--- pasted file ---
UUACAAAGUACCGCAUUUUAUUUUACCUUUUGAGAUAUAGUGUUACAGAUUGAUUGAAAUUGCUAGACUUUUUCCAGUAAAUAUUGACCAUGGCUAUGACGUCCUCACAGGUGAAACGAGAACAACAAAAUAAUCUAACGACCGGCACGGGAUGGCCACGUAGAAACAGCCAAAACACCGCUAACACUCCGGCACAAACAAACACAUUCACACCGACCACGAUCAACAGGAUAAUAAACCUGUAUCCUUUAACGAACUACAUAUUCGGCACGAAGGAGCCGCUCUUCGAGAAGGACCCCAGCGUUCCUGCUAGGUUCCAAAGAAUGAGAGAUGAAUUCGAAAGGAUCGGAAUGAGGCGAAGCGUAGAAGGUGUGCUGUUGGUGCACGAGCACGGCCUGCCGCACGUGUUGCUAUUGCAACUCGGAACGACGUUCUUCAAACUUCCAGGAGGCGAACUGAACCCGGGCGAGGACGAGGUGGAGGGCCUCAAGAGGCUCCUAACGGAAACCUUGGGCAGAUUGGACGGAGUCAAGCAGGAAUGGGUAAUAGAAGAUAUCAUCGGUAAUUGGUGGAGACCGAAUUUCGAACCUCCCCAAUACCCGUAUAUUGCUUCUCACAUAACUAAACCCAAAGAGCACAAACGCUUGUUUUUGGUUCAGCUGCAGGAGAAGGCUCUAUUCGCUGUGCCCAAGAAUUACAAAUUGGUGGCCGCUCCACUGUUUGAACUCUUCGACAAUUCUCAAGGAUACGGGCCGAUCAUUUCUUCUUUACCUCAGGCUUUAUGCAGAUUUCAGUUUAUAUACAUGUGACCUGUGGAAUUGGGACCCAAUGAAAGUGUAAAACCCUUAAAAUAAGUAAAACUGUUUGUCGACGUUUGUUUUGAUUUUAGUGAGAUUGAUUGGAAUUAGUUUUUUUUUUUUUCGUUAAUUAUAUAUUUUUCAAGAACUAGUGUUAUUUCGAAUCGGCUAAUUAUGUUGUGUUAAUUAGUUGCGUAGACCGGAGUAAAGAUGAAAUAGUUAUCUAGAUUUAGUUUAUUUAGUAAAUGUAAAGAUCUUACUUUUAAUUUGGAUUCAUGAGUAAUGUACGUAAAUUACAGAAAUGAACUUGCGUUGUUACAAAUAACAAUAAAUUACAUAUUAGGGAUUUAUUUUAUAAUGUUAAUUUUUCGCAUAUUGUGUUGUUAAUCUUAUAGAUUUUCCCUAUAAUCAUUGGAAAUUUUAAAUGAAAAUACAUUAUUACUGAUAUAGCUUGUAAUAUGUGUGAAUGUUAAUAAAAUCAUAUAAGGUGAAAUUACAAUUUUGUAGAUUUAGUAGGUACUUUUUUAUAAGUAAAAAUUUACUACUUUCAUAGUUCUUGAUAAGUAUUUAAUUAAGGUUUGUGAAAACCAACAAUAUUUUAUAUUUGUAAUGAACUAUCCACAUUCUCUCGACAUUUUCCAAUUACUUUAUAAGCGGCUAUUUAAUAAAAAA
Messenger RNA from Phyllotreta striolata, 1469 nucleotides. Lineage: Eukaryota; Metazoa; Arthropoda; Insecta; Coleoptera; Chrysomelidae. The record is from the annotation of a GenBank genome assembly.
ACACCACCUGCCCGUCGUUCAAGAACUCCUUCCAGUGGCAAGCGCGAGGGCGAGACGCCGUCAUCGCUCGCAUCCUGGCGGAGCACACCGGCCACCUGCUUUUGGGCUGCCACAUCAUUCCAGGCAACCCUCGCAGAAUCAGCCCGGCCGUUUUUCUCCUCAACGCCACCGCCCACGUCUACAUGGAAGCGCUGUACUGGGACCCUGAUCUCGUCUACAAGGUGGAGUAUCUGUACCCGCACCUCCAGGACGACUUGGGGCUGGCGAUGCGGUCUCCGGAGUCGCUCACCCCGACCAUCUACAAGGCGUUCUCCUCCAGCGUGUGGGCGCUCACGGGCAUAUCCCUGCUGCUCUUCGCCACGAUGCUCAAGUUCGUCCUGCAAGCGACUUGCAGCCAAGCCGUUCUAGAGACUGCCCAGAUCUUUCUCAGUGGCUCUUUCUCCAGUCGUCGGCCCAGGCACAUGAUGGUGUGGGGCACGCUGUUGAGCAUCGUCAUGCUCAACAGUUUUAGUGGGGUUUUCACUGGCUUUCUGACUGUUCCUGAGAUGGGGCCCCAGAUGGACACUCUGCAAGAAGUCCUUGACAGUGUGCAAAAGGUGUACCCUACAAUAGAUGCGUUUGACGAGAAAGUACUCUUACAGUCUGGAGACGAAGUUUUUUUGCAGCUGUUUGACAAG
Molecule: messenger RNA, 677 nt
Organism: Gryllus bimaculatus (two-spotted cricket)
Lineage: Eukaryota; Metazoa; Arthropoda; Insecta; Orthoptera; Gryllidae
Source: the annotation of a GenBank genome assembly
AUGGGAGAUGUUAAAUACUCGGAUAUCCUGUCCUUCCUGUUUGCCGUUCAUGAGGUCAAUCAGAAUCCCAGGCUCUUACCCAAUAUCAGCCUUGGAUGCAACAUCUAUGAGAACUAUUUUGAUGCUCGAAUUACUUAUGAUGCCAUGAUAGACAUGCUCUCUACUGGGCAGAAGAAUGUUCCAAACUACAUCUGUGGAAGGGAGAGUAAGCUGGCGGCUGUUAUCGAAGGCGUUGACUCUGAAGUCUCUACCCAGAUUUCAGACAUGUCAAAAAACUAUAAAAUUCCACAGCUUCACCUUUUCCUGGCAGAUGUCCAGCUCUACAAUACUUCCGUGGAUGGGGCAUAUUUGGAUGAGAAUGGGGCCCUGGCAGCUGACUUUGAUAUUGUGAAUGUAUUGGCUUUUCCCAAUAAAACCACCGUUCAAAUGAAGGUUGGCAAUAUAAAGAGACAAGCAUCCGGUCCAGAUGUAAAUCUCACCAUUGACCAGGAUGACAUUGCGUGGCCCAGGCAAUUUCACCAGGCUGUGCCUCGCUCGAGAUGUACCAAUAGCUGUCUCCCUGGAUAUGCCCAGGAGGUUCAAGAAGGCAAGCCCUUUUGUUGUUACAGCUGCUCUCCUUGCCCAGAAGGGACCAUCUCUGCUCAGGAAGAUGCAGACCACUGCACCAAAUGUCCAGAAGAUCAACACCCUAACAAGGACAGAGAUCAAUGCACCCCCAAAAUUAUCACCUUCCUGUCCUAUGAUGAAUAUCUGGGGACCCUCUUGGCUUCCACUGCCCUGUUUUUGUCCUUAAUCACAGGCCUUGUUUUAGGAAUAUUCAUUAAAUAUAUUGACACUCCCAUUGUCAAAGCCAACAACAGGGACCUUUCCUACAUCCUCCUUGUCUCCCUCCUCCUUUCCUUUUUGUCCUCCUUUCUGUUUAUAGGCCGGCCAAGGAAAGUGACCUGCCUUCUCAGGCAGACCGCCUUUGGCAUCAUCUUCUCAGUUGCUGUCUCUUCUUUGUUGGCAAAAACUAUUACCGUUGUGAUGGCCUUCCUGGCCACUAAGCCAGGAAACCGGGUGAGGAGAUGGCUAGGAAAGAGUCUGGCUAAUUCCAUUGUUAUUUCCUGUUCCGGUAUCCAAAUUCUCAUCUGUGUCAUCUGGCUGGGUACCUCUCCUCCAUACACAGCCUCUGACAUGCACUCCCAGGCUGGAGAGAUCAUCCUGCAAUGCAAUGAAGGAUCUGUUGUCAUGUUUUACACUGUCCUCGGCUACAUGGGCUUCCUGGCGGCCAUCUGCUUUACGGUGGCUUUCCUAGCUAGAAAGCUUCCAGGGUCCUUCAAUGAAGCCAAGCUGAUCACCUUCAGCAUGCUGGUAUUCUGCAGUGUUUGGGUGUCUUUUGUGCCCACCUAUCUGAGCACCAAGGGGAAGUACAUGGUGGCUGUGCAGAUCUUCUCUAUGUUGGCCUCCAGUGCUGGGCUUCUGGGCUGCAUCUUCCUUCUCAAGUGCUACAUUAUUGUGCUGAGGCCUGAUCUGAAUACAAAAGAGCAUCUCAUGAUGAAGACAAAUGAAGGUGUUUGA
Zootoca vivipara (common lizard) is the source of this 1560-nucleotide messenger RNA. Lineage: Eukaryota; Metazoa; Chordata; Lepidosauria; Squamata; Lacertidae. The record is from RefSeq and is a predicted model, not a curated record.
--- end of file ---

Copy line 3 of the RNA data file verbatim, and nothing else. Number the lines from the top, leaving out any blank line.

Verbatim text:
ACACCACCUGCCCGUCGUUCAAGAACUCCUUCCAGUGGCAAGCGCGAGGGCGAGACGCCGUCAUCGCUCGCAUCCUGGCGGAGCACACCGGCCACCUGCUUUUGGGCUGCCACAUCAUUCCAGGCAACCCUCGCAGAAUCAGCCCGGCCGUUUUUCUCCUCAACGCCACCGCCCACGUCUACAUGGAAGCGCUGUACUGGGACCCUGAUCUCGUCUACAAGGUGGAGUAUCUGUACCCGCACCUCCAGGACGACUUGGGGCUGGCGAUGCGGUCUCCGGAGUCGCUCACCCCGACCAUCUACAAGGCGUUCUCCUCCAGCGUGUGGGCGCUCACGGGCAUAUCCCUGCUGCUCUUCGCCACGAUGCUCAAGUUCGUCCUGCAAGCGACUUGCAGCCAAGCCGUUCUAGAGACUGCCCAGAUCUUUCUCAGUGGCUCUUUCUCCAGUCGUCGGCCCAGGCACAUGAUGGUGUGGGGCACGCUGUUGAGCAUCGUCAUGCUCAACAGUUUUAGUGGGGUUUUCACUGGCUUUCUGACUGUUCCUGAGAUGGGGCCCCAGAUGGACACUCUGCAAGAAGUCCUUGACAGUGUGCAAAAGGUGUACCCUACAAUAGAUGCGUUUGACGAGAAAGUACUCUUACAGUCUGGAGACGAAGUUUUUUUGCAGCUGUUUGACAAG